Filing business taxes in a timely manner is an essential part of running your business, especially if you want to avoid unnecessary fees, interest, and penalties. In this guide, we will discuss what small business owners need to know about filing their taxes.
Filing Business Taxes: The Basics
Many people dread filing business taxes every year, and it can be daunting if you’re a new business owner and don’t know where to start. When it comes to taxes, the worst case scenario is having to spend hours sorting through old documents and filing business taxes only to find out you owe a tremendous amount that you weren’t anticipating or don’t have the budget for.
The best way to set yourself up for success is to keep good records. It also helps to work with an accountant on a regular basis. Doing this can help you project your business taxes throughout the year so you aren’t surprised. A good accountant can also help you take advantage of all appropriate deductions and credits available to your business. The IRS has plenty of information on how to file and pay your business taxes.
What is the minimum income to file taxes for a business?
If you are a new business or a sole proprietor you may be wondering what the minimum income is that requires you to file business taxes. In general, you can earn up to $400 in net income (income after you deduct your business expenses) as a sole proprietor without having to file business taxes. Any other type of business is required to file taxes regardless of the amount of income they earn.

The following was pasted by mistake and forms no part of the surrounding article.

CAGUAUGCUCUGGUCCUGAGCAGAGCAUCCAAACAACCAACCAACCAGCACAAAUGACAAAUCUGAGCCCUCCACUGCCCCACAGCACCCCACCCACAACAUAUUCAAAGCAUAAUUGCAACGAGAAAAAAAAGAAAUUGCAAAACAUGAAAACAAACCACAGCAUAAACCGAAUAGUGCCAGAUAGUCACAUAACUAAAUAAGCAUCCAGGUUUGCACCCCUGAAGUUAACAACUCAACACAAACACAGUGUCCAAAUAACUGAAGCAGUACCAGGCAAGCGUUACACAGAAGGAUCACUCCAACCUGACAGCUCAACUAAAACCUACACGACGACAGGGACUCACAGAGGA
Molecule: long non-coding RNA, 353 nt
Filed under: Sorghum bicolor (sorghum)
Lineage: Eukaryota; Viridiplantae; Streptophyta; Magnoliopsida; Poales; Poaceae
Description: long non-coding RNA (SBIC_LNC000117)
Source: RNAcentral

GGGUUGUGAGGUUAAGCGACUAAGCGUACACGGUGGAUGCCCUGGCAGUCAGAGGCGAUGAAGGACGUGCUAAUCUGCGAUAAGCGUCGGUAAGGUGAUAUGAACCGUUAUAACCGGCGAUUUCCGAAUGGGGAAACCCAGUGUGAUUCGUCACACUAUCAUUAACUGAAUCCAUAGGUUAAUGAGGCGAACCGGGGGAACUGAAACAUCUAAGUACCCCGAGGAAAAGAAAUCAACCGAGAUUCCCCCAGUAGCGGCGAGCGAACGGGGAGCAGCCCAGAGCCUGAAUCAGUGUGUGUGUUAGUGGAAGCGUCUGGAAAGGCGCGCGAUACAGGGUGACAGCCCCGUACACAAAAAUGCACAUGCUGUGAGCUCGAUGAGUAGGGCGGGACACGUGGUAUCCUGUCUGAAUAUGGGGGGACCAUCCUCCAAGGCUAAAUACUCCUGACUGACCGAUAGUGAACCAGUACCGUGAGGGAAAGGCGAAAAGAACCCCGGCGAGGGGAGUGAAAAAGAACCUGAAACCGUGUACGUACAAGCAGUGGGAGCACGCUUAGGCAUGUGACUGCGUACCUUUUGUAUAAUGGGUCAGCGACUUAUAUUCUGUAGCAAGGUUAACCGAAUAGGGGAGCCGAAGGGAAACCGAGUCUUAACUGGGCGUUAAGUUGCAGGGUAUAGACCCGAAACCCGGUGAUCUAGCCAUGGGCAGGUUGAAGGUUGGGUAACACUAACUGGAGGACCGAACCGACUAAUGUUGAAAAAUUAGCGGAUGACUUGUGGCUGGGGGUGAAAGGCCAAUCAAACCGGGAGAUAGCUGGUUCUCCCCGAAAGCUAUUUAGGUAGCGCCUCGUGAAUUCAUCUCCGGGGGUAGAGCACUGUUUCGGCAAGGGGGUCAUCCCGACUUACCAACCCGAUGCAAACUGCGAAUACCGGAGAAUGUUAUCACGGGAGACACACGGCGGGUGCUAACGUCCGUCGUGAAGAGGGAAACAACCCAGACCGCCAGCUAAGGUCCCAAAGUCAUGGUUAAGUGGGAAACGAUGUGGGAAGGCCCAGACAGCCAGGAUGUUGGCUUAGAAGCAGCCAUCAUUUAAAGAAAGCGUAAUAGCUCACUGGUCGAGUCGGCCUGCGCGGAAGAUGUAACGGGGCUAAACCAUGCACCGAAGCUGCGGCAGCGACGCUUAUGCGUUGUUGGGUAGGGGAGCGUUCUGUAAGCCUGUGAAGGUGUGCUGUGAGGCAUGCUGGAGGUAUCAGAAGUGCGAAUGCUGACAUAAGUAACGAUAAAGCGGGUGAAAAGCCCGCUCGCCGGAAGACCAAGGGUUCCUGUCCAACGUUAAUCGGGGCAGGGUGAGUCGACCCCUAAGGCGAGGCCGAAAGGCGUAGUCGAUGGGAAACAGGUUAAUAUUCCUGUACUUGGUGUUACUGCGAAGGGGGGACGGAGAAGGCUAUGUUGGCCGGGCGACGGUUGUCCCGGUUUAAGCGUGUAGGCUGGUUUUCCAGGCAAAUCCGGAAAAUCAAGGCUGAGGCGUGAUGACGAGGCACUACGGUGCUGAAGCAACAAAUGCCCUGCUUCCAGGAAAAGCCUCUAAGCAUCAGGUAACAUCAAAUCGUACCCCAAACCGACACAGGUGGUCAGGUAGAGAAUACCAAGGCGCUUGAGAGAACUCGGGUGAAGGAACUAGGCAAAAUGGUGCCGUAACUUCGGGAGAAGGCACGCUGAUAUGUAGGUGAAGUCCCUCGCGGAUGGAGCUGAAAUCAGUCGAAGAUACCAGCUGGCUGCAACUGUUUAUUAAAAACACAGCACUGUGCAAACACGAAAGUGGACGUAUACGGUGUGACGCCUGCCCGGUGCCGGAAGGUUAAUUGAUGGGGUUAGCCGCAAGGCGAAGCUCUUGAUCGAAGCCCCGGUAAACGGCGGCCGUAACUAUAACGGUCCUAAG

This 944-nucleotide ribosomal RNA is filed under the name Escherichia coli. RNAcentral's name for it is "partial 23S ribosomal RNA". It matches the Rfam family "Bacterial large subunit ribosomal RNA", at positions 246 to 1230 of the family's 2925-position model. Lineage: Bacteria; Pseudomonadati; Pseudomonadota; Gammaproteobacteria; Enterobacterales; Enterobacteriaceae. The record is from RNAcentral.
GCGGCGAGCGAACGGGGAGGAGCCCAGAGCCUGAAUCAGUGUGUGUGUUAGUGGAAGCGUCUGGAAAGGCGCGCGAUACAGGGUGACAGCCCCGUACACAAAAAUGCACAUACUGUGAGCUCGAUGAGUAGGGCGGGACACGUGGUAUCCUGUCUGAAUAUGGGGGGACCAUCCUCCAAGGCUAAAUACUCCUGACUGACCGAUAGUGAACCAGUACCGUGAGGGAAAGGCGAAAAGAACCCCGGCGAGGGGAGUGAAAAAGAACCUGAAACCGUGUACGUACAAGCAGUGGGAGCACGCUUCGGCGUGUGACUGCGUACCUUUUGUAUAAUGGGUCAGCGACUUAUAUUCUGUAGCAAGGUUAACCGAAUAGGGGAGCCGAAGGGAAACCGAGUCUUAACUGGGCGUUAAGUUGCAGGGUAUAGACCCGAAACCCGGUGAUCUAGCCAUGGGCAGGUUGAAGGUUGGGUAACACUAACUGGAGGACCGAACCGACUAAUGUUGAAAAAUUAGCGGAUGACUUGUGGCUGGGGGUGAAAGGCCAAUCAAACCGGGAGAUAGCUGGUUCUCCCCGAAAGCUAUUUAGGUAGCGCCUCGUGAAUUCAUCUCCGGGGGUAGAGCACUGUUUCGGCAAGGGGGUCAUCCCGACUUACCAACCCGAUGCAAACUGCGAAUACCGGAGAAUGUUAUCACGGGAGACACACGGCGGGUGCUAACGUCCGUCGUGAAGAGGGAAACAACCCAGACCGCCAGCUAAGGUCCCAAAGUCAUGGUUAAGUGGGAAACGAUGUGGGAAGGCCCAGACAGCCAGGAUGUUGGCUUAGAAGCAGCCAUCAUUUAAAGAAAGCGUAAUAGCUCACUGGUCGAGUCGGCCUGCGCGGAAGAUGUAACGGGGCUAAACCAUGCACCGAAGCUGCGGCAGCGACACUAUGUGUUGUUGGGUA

Which types of businesses have to file taxes?
If paying businesses taxes is new to you, you may be wondering which types of businesses have to file taxes. The short answer is all of them. Whether you are a sole proprietor, an LLC, a partnership or a corporation, you will have to file business taxes. As mentioned before, the one exception is if you are a sole proprietor that had a net income of $400 or less.
What do I need to get started?
If you use PaySimple and have a good record keeping system, getting started with your business taxes is easy. All you need to do is give your accountant a copy of your business’s balance sheet and income statement (also known as a profit and loss statement). If you don’t have an accounting system, now is the time to sort your receipts and bank statements to list all of your income and expenses and give that information to your accountant. PaySimple has a list of the receipts to keep for tax time.
What Is The 2022 Business Tax Filing Deadline?
Keeping up with tax filing deadlines can be difficult. To make it easier, we’ve compiled a list of the typical tax filing due dates based on business types within our guide below. While you can file and pay your taxes later in the year, it is prudent to file your taxes sooner if you are owed a refund.
How To File Business Taxes In 2022
There are a couple of options for filing business taxes. You can do them yourself with an e-file tool (using an IRS-approved e-file provider), or you can work with an accountant or other tax professional. If you file business taxes yourself it’s helpful to understand the forms you will need to submit. For a sole proprietor or a single member LLC the most important business tax form to understand is the Schedule C (Form 1040).